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    Bowditch Table 15
    From: Trevor Kenchington
    Date: 2005 Jan 23, 00:36 -0400

    I am gradually working my way through Bowditch (1995 edition), trying to
    be sure that I understand everything that is relevant to smaller vessels
    that the book is really intended for. Most I can follow, sometimes with
    a bit of effort, but I am having trouble with Table 15. Since the table
    numbers have changed between some editions, Table 15 in 1995 was the one
    providing "Distance by Vertical Angle Measured Between Sea Horizon and
    Top of Object Beyond Sea Horizon". (That was Table 9 in at least one
    edition of Bowditch.)
    The text description accompanying the table says that it provides the
    distance to the object (by implication: from the observer to the
    object), given a knowledge of the difference in height between the
    observer's eye and the object, plus a vertical angle measured between
    the top of the object and the horizon (that angle being corrected for IE
    and dip). [The Bowditch main text doesn't seem to refer to Table 15 and
    mixes this business of an object beyond the horizon with the common
    business of distance off by vertical angle of an object of known height
    whose waterline is visible.]
    Table 15 itself does give distances from observer #1 to the object
    observed, if the observer #1 has zero height of eye and the top of the
    object is just dipping below the horizon. At least, the tabulated
    distance then equals the horizon distance for an observer (#2) at the
    top of the object, which should be the same thing.
    However, if Table 15 was to be believed, as observer #1 climbs the mast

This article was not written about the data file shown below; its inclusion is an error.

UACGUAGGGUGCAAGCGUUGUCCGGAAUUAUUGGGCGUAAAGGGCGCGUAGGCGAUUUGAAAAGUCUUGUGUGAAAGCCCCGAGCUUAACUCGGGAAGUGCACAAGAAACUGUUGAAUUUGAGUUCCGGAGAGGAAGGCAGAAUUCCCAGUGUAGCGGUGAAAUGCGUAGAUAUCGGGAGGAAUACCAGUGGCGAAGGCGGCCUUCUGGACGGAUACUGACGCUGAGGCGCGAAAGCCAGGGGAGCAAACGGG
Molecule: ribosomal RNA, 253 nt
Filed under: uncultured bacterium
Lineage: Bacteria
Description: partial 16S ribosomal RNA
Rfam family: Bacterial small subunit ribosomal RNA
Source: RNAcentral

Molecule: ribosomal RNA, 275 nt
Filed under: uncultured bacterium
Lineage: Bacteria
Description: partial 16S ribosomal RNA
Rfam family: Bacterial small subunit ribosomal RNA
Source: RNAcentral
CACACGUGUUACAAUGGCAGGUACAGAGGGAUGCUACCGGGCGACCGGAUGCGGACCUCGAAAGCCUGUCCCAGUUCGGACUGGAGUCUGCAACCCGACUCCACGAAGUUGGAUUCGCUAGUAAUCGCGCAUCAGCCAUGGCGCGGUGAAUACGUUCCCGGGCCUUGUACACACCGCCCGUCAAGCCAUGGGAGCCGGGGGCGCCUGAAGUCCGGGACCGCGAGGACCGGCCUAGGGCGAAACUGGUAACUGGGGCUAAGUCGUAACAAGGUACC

of his boat and increases his height of eye, the object observed would
    drop below his horizon (assuming its true distance did not change),
    which is obviously nonsensical.
    So ... if Table 15 does not give the distance from observer to object,
    except in special cases, what does it provide?
    I'm guessing that it might be the distance from the object to the
    observer's horizon, to which the observer's horizon distance must be
    added to get the full distance from observer to object. However, I do
    not know of any way to either confirm of refute that idea (save for a
    full-scale experiment, which is a bit beyond my resources just now).
    Can anyone sort this out for me?
    Trevor Kenchington
    Trevor J. Kenchington PhD                         Gadus@iStar.ca
    Gadus Associates,                                 Office(902) 889-9250
    R.R.#1, Musquodoboit Harbour,                     Fax   (902) 889-9251
    Nova Scotia  B0J 2L0, CANADA                      Home  (902) 889-3555
                         Science Serving the Fisheries

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